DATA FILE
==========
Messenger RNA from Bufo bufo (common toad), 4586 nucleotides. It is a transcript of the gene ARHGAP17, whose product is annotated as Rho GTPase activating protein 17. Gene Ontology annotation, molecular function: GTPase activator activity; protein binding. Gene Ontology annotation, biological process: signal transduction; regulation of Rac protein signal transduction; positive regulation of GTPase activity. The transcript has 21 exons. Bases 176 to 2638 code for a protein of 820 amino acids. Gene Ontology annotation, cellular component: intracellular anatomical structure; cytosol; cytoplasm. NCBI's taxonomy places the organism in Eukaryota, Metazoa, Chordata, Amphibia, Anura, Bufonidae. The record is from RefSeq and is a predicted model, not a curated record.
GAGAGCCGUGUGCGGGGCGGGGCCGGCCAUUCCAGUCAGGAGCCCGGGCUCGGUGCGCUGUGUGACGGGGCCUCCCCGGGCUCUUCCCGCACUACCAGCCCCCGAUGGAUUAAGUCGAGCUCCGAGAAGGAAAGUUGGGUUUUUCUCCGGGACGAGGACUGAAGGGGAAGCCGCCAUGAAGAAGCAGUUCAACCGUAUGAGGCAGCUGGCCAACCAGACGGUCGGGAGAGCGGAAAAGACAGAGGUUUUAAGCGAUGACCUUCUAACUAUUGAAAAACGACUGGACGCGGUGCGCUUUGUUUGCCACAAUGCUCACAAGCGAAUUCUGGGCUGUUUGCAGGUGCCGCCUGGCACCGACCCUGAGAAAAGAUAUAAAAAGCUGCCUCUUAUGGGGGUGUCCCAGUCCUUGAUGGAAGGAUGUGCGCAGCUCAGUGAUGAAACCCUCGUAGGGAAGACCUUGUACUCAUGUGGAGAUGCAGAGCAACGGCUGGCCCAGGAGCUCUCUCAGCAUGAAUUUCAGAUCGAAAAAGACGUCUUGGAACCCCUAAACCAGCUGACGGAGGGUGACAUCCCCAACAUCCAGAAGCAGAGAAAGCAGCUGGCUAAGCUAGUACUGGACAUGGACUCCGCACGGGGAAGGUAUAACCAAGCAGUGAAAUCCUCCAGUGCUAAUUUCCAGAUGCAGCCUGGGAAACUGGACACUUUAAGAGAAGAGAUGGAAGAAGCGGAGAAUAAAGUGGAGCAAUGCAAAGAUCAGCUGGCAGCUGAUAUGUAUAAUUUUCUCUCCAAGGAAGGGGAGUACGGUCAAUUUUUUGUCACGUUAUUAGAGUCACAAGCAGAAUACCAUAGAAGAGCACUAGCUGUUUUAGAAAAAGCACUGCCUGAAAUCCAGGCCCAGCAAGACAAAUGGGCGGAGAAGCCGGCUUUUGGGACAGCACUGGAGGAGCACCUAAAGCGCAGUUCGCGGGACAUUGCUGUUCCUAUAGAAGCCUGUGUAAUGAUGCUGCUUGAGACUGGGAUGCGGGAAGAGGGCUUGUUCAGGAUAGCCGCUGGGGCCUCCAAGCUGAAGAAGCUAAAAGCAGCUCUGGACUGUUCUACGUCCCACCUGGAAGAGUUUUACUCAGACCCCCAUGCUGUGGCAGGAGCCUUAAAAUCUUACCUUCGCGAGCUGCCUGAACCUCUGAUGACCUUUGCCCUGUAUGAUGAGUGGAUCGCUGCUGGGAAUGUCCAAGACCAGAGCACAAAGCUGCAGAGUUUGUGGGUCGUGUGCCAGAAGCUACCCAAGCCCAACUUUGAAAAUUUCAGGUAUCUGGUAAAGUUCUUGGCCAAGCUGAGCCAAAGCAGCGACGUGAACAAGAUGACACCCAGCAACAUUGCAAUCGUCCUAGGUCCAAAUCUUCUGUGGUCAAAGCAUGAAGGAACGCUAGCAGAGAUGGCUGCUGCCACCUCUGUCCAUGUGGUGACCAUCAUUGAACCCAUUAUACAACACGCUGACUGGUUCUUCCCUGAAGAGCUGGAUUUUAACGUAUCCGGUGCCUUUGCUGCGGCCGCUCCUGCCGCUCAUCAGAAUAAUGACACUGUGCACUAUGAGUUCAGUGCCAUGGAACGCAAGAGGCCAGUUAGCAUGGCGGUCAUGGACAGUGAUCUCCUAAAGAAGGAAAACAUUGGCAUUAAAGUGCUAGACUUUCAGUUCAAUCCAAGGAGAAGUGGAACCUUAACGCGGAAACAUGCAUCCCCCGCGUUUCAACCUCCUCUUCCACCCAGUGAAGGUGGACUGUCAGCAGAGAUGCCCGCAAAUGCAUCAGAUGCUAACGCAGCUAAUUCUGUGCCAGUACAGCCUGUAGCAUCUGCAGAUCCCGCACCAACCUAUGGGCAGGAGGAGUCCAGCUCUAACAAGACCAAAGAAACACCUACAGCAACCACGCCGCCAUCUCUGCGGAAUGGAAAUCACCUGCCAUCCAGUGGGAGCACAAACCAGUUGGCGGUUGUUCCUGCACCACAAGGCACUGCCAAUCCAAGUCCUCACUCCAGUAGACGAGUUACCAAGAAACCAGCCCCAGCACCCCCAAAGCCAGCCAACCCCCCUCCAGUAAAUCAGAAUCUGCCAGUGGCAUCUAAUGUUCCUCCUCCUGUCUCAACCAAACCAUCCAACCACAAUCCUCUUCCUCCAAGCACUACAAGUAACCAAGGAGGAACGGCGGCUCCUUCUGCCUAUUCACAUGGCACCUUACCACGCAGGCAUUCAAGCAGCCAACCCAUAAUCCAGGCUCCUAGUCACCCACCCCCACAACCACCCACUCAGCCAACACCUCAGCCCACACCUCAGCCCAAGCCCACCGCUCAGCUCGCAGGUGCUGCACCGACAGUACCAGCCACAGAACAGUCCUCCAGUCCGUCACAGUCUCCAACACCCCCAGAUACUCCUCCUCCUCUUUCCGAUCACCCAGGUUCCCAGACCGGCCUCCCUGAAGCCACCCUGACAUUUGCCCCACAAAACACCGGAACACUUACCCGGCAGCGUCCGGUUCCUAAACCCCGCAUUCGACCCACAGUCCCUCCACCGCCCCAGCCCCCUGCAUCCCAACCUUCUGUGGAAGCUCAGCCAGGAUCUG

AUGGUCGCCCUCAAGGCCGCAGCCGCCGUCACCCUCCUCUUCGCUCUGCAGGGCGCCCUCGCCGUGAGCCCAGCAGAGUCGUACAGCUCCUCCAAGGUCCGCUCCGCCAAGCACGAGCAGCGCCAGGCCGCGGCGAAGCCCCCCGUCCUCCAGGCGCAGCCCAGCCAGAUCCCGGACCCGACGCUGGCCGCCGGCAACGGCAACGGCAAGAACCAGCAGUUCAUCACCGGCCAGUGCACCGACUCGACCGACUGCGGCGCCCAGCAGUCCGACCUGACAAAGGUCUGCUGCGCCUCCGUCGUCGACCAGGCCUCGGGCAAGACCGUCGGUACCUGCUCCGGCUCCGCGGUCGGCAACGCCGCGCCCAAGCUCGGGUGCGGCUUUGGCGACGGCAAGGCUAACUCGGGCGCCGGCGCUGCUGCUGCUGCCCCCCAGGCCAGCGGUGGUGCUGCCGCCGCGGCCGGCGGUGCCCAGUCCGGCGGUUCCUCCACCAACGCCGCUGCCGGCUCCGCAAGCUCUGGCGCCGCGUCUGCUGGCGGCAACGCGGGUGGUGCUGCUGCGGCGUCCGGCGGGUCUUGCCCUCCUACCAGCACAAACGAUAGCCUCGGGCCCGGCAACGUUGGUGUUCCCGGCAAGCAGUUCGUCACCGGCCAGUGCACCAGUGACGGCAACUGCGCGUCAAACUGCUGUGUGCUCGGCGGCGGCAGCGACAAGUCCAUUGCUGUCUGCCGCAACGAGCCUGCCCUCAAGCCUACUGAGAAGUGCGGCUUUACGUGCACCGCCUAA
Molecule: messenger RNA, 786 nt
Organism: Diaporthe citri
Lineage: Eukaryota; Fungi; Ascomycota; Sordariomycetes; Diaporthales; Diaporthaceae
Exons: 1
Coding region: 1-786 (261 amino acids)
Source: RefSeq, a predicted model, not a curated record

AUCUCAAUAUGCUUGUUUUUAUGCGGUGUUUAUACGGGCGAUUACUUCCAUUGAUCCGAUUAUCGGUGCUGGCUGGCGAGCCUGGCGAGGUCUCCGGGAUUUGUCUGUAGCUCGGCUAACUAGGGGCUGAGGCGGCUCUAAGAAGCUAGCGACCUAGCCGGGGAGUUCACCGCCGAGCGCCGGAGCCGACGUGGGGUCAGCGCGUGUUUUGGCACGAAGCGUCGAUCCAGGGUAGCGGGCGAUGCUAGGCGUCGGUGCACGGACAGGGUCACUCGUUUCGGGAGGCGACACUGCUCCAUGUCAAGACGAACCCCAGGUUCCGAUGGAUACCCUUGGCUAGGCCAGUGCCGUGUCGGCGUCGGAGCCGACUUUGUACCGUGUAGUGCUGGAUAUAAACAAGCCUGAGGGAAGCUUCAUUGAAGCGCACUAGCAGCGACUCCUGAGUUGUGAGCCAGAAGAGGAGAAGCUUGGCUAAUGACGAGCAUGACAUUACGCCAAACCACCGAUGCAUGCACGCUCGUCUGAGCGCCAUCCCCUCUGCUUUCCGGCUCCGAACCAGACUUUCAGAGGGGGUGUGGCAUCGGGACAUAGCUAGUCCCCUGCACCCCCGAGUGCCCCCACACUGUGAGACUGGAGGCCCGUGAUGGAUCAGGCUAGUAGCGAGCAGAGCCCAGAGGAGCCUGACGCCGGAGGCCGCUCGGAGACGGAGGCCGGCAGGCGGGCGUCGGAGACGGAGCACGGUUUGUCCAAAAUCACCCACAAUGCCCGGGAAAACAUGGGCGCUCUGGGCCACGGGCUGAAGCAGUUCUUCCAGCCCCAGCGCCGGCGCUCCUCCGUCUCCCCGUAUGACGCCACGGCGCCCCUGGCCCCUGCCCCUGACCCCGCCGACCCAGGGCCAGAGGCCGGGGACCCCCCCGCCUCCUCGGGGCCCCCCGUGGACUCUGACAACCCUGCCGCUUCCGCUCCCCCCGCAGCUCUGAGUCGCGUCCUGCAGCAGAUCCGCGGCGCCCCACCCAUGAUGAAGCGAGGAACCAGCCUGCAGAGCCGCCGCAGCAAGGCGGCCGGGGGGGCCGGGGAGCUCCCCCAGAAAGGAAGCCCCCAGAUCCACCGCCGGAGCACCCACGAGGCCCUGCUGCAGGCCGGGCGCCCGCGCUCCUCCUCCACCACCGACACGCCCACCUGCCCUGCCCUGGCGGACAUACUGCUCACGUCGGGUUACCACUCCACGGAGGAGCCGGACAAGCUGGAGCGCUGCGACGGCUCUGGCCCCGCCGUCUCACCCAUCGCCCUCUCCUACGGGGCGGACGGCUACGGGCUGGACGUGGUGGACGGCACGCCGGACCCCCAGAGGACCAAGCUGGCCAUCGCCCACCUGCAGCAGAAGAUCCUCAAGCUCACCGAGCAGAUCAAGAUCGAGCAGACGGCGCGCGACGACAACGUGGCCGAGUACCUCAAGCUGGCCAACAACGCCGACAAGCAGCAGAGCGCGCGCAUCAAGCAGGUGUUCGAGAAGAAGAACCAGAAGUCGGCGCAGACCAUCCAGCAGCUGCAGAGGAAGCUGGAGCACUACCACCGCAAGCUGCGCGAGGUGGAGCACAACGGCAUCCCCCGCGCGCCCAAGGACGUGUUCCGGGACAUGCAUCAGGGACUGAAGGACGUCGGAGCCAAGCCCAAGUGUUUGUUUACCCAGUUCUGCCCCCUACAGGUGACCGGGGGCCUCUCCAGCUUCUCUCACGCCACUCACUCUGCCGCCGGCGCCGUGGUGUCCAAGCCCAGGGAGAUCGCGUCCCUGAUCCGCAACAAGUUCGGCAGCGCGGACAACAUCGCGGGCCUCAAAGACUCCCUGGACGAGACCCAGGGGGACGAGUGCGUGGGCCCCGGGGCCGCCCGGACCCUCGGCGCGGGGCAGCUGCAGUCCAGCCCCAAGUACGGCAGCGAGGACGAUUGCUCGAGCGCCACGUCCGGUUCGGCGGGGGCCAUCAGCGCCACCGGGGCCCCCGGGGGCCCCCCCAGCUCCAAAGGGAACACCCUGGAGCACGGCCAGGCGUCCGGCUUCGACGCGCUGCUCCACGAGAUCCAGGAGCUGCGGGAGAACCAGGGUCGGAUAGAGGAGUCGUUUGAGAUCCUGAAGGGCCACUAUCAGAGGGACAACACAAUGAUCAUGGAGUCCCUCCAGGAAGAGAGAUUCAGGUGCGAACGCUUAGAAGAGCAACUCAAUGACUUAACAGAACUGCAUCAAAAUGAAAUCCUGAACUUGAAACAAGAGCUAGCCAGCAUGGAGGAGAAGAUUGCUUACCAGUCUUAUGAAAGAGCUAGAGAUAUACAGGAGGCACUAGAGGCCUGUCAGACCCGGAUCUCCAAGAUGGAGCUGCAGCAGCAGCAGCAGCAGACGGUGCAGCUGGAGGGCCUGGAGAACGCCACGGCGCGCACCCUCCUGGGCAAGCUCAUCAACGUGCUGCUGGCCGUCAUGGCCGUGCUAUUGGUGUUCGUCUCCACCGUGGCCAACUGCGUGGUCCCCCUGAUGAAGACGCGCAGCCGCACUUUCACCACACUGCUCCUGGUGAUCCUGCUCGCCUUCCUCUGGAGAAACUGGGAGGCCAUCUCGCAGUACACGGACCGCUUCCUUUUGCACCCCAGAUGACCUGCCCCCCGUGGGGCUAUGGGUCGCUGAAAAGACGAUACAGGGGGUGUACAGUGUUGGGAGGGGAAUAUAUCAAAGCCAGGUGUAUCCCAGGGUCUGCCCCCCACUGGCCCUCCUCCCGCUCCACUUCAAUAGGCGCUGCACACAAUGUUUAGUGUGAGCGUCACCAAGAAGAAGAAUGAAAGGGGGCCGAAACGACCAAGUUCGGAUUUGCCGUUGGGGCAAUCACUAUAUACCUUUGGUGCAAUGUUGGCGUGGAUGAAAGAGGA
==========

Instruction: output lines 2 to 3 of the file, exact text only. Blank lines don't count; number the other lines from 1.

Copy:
GAGAGCCGUGUGCGGGGCGGGGCCGGCCAUUCCAGUCAGGAGCCCGGGCUCGGUGCGCUGUGUGACGGGGCCUCCCCGGGCUCUUCCCGCACUACCAGCCCCCGAUGGAUUAAGUCGAGCUCCGAGAAGGAAAGUUGGGUUUUUCUCCGGGACGAGGACUGAAGGGGAAGCCGCCAUGAAGAAGCAGUUCAACCGUAUGAGGCAGCUGGCCAACCAGACGGUCGGGAGAGCGGAAAAGACAGAGGUUUUAAGCGAUGACCUUCUAACUAUUGAAAAACGACUGGACGCGGUGCGCUUUGUUUGCCACAAUGCUCACAAGCGAAUUCUGGGCUGUUUGCAGGUGCCGCCUGGCACCGACCCUGAGAAAAGAUAUAAAAAGCUGCCUCUUAUGGGGGUGUCCCAGUCCUUGAUGGAAGGAUGUGCGCAGCUCAGUGAUGAAACCCUCGUAGGGAAGACCUUGUACUCAUGUGGAGAUGCAGAGCAACGGCUGGCCCAGGAGCUCUCUCAGCAUGAAUUUCAGAUCGAAAAAGACGUCUUGGAACCCCUAAACCAGCUGACGGAGGGUGACAUCCCCAACAUCCAGAAGCAGAGAAAGCAGCUGGCUAAGCUAGUACUGGACAUGGACUCCGCACGGGGAAGGUAUAACCAAGCAGUGAAAUCCUCCAGUGCUAAUUUCCAGAUGCAGCCUGGGAAACUGGACACUUUAAGAGAAGAGAUGGAAGAAGCGGAGAAUAAAGUGGAGCAAUGCAAAGAUCAGCUGGCAGCUGAUAUGUAUAAUUUUCUCUCCAAGGAAGGGGAGUACGGUCAAUUUUUUGUCACGUUAUUAGAGUCACAAGCAGAAUACCAUAGAAGAGCACUAGCUGUUUUAGAAAAAGCACUGCCUGAAAUCCAGGCCCAGCAAGACAAAUGGGCGGAGAAGCCGGCUUUUGGGACAGCACUGGAGGAGCACCUAAAGCGCAGUUCGCGGGACAUUGCUGUUCCUAUAGAAGCCUGUGUAAUGAUGCUGCUUGAGACUGGGAUGCGGGAAGAGGGCUUGUUCAGGAUAGCCGCUGGGGCCUCCAAGCUGAAGAAGCUAAAAGCAGCUCUGGACUGUUCUACGUCCCACCUGGAAGAGUUUUACUCAGACCCCCAUGCUGUGGCAGGAGCCUUAAAAUCUUACCUUCGCGAGCUGCCUGAACCUCUGAUGACCUUUGCCCUGUAUGAUGAGUGGAUCGCUGCUGGGAAUGUCCAAGACCAGAGCACAAAGCUGCAGAGUUUGUGGGUCGUGUGCCAGAAGCUACCCAAGCCCAACUUUGAAAAUUUCAGGUAUCUGGUAAAGUUCUUGGCCAAGCUGAGCCAAAGCAGCGACGUGAACAAGAUGACACCCAGCAACAUUGCAAUCGUCCUAGGUCCAAAUCUUCUGUGGUCAAAGCAUGAAGGAACGCUAGCAGAGAUGGCUGCUGCCACCUCUGUCCAUGUGGUGACCAUCAUUGAACCCAUUAUACAACACGCUGACUGGUUCUUCCCUGAAGAGCUGGAUUUUAACGUAUCCGGUGCCUUUGCUGCGGCCGCUCCUGCCGCUCAUCAGAAUAAUGACACUGUGCACUAUGAGUUCAGUGCCAUGGAACGCAAGAGGCCAGUUAGCAUGGCGGUCAUGGACAGUGAUCUCCUAAAGAAGGAAAACAUUGGCAUUAAAGUGCUAGACUUUCAGUUCAAUCCAAGGAGAAGUGGAACCUUAACGCGGAAACAUGCAUCCCCCGCGUUUCAACCUCCUCUUCCACCCAGUGAAGGUGGACUGUCAGCAGAGAUGCCCGCAAAUGCAUCAGAUGCUAACGCAGCUAAUUCUGUGCCAGUACAGCCUGUAGCAUCUGCAGAUCCCGCACCAACCUAUGGGCAGGAGGAGUCCAGCUCUAACAAGACCAAAGAAACACCUACAGCAACCACGCCGCCAUCUCUGCGGAAUGGAAAUCACCUGCCAUCCAGUGGGAGCACAAACCAGUUGGCGGUUGUUCCUGCACCACAAGGCACUGCCAAUCCAAGUCCUCACUCCAGUAGACGAGUUACCAAGAAACCAGCCCCAGCACCCCCAAAGCCAGCCAACCCCCCUCCAGUAAAUCAGAAUCUGCCAGUGGCAUCUAAUGUUCCUCCUCCUGUCUCAACCAAACCAUCCAACCACAAUCCUCUUCCUCCAAGCACUACAAGUAACCAAGGAGGAACGGCGGCUCCUUCUGCCUAUUCACAUGGCACCUUACCACGCAGGCAUUCAAGCAGCCAACCCAUAAUCCAGGCUCCUAGUCACCCACCCCCACAACCACCCACUCAGCCAACACCUCAGCCCACACCUCAGCCCAAGCCCACCGCUCAGCUCGCAGGUGCUGCACCGACAGUACCAGCCACAGAACAGUCCUCCAGUCCGUCACAGUCUCCAACACCCCCAGAUACUCCUCCUCCUCUUUCCGAUCACCCAGGUUCCCAGACCGGCCUCCCUGAAGCCACCCUGACAUUUGCCCCACAAAACACCGGAACACUUACCCGGCAGCGUCCGGUUCCUAAACCCCGCAUUCGACCCACAGUCCCUCCACCGCCCCAGCCCCCUGCAUCCCAACCUUCUGUGGAAGCUCAGCCAGGAUCUG

AUGGUCGCCCUCAAGGCCGCAGCCGCCGUCACCCUCCUCUUCGCUCUGCAGGGCGCCCUCGCCGUGAGCCCAGCAGAGUCGUACAGCUCCUCCAAGGUCCGCUCCGCCAAGCACGAGCAGCGCCAGGCCGCGGCGAAGCCCCCCGUCCUCCAGGCGCAGCCCAGCCAGAUCCCGGACCCGACGCUGGCCGCCGGCAACGGCAACGGCAAGAACCAGCAGUUCAUCACCGGCCAGUGCACCGACUCGACCGACUGCGGCGCCCAGCAGUCCGACCUGACAAAGGUCUGCUGCGCCUCCGUCGUCGACCAGGCCUCGGGCAAGACCGUCGGUACCUGCUCCGGCUCCGCGGUCGGCAACGCCGCGCCCAAGCUCGGGUGCGGCUUUGGCGACGGCAAGGCUAACUCGGGCGCCGGCGCUGCUGCUGCUGCCCCCCAGGCCAGCGGUGGUGCUGCCGCCGCGGCCGGCGGUGCCCAGUCCGGCGGUUCCUCCACCAACGCCGCUGCCGGCUCCGCAAGCUCUGGCGCCGCGUCUGCUGGCGGCAACGCGGGUGGUGCUGCUGCGGCGUCCGGCGGGUCUUGCCCUCCUACCAGCACAAACGAUAGCCUCGGGCCCGGCAACGUUGGUGUUCCCGGCAAGCAGUUCGUCACCGGCCAGUGCACCAGUGACGGCAACUGCGCGUCAAACUGCUGUGUGCUCGGCGGCGGCAGCGACAAGUCCAUUGCUGUCUGCCGCAACGAGCCUGCCCUCAAGCCUACUGAGAAGUGCGGCUUUACGUGCACCGCCUAA